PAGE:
Our first STEM night was an overwhelming success! With about 150 people, from 70 Schaumburg families the event was well attended and everyone learned something, including the teachers.
Planning a STEM night was a challenge– we started by thinking about the science fairs we experienced in school, but that seemed too boring, considering the interactive, technologically-based projects that our students are used to. We decided to showcase STEM work from each grade level, as well as invite community partners to participate.
STEM is a broad field so we invited outside organizations that have worked with us before. NASA taught the students to build rockets and launched them by stepping on a water bottle. The Energy Alliance taught students about electricity and allowed them to ride a bike that powered a light bulb. The Health Committee had families measure out the sugar in popular drinks and snacks– information that shocked and disgusted many participants. Sci Tech came and had students navigate a robot through a maze. Each grade also presented a hands on experiment that explored a STEM topic on the curriculum. It was great to see how STEM works in pre-k through 8th grade.
My favorite part of STEM night was the computer stations. We had two first graders man the station and explain to parents, students and teachers about the blended learning programs use everyday– ST Math, MyOn and iReady. We had papers explaining how to use the programs at home. I was impressed with the number of parents who said they planned to visit the websites or download the apps. The students also loved teaching their parents how to play the game. I hope that this provides students with extra practice and gives parents a way to help their students learn.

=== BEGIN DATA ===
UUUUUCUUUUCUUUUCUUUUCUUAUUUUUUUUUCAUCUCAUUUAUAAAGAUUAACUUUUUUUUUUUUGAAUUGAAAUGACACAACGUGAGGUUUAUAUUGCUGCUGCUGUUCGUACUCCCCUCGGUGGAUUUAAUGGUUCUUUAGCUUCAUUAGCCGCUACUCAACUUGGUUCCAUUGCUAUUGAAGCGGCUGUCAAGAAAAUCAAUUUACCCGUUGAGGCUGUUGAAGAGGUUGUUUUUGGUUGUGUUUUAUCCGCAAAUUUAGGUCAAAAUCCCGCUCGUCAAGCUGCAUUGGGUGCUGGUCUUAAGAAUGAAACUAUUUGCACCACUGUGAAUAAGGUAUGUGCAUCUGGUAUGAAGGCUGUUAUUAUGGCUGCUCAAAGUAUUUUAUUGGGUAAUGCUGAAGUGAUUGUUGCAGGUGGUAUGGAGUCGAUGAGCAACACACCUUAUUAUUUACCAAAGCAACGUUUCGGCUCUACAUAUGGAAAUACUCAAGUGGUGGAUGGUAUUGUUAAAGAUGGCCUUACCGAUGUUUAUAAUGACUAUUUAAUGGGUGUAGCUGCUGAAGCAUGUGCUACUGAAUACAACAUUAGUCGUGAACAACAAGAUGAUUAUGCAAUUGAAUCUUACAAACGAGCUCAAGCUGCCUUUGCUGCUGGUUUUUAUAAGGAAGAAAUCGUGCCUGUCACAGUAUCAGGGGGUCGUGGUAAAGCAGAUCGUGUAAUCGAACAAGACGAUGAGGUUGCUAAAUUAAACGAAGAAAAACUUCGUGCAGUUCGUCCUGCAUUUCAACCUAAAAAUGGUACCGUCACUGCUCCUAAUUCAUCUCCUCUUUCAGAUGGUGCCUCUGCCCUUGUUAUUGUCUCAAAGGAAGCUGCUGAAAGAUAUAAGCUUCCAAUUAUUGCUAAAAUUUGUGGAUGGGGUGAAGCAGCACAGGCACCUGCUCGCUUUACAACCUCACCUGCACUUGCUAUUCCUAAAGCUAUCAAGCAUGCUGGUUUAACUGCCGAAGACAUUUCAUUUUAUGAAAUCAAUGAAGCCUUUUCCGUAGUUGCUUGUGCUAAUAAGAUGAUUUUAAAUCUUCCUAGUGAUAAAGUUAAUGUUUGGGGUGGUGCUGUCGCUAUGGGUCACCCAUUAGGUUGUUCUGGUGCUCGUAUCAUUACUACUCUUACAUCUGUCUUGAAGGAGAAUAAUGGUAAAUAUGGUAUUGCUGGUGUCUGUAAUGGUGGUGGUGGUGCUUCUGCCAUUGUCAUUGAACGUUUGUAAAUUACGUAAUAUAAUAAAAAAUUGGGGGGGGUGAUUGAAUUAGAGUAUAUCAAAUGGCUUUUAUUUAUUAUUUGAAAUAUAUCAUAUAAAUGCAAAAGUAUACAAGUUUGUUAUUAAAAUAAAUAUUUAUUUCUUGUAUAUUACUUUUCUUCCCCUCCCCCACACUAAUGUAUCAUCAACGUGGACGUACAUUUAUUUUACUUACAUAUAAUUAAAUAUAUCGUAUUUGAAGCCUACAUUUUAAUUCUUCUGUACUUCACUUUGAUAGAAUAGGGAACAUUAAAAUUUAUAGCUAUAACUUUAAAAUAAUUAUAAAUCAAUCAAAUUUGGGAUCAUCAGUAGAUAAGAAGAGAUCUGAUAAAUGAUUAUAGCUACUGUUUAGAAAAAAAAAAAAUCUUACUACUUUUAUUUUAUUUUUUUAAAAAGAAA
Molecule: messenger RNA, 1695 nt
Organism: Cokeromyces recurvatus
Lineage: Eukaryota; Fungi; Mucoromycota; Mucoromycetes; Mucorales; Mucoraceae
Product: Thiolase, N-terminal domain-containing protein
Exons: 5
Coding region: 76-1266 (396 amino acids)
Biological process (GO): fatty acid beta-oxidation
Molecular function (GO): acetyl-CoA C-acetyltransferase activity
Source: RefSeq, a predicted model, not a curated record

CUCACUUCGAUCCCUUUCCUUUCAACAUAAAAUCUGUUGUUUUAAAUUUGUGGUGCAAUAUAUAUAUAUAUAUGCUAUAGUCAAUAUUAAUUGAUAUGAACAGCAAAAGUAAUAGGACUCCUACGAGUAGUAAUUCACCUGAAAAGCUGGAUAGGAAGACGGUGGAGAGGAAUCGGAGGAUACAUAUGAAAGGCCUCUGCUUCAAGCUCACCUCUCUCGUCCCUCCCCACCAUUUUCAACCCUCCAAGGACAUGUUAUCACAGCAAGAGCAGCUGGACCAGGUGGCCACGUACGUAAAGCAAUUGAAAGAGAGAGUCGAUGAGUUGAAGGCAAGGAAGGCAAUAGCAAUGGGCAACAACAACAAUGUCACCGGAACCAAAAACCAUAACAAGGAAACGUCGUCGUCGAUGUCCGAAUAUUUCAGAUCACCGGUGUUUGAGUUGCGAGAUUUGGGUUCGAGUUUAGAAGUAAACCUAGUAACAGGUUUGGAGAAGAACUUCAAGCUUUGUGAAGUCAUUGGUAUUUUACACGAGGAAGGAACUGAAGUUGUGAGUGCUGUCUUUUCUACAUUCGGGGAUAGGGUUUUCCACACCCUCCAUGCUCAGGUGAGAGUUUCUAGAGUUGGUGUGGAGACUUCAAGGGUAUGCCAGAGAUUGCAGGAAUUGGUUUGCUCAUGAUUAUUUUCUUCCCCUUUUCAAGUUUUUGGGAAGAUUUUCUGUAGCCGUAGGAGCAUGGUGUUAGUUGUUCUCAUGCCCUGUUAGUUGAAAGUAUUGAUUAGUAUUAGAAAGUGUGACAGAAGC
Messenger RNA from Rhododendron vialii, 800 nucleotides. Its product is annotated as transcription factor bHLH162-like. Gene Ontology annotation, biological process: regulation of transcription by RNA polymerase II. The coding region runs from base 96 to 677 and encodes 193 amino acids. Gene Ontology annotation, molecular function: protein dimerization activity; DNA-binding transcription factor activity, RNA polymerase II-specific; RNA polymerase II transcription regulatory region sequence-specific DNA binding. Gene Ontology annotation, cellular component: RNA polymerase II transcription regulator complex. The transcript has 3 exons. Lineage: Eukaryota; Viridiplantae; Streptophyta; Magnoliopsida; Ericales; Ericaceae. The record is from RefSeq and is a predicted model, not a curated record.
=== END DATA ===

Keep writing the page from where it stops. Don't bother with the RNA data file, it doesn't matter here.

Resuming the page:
We also had a station with free websites and apps that parents can use to help their students learn. I find that many times parents do now know what to do to help their child. The act of downloading an app is empowering to parents and will hopefully pay off for our students. I learned a lot about apps that are available and hope to try to incorporate some of them in my class.
While we did have a great turn out, I would love to find a way to pass on some of the information to the families who were not able to attend. I am hoping to have the information about our blended learning programs and the free apps available to parents at Report Card Conferences. I am also considering sending home the information in homework folders to try and reach even more parents.
Next time I would like to incorporate more student presentations. Each grade had a table and the experiments were engaging and educational. However, I think it would be powerful to have students run the centers. It also might increase turn out in the presenters’ families.
I would also like to showcase apps and websites for the upper elementary and middle school students. I would suggest having a teacher that works with older students help in the planning of STEM night, our committee was all early childhood teachers so that was where we naturally focused the content.
In the future we need to figure out how to use social media to promote our event and share the outcome. I tweeted for the first time at STEM night and Jiji, the super popular ST Math mascot, retweeted me! This would be a great way to inform the community about the event as well as connect with STEM experts who may want to get involved.
Overall the event was great! Parents, students and teachers all seemed to have a great time and learn something. I hope that STEM night becomes an annual event at Schaumburg and that the other schools are able to plan an event with similar outcomes.
(Pictures by Juston Jackson)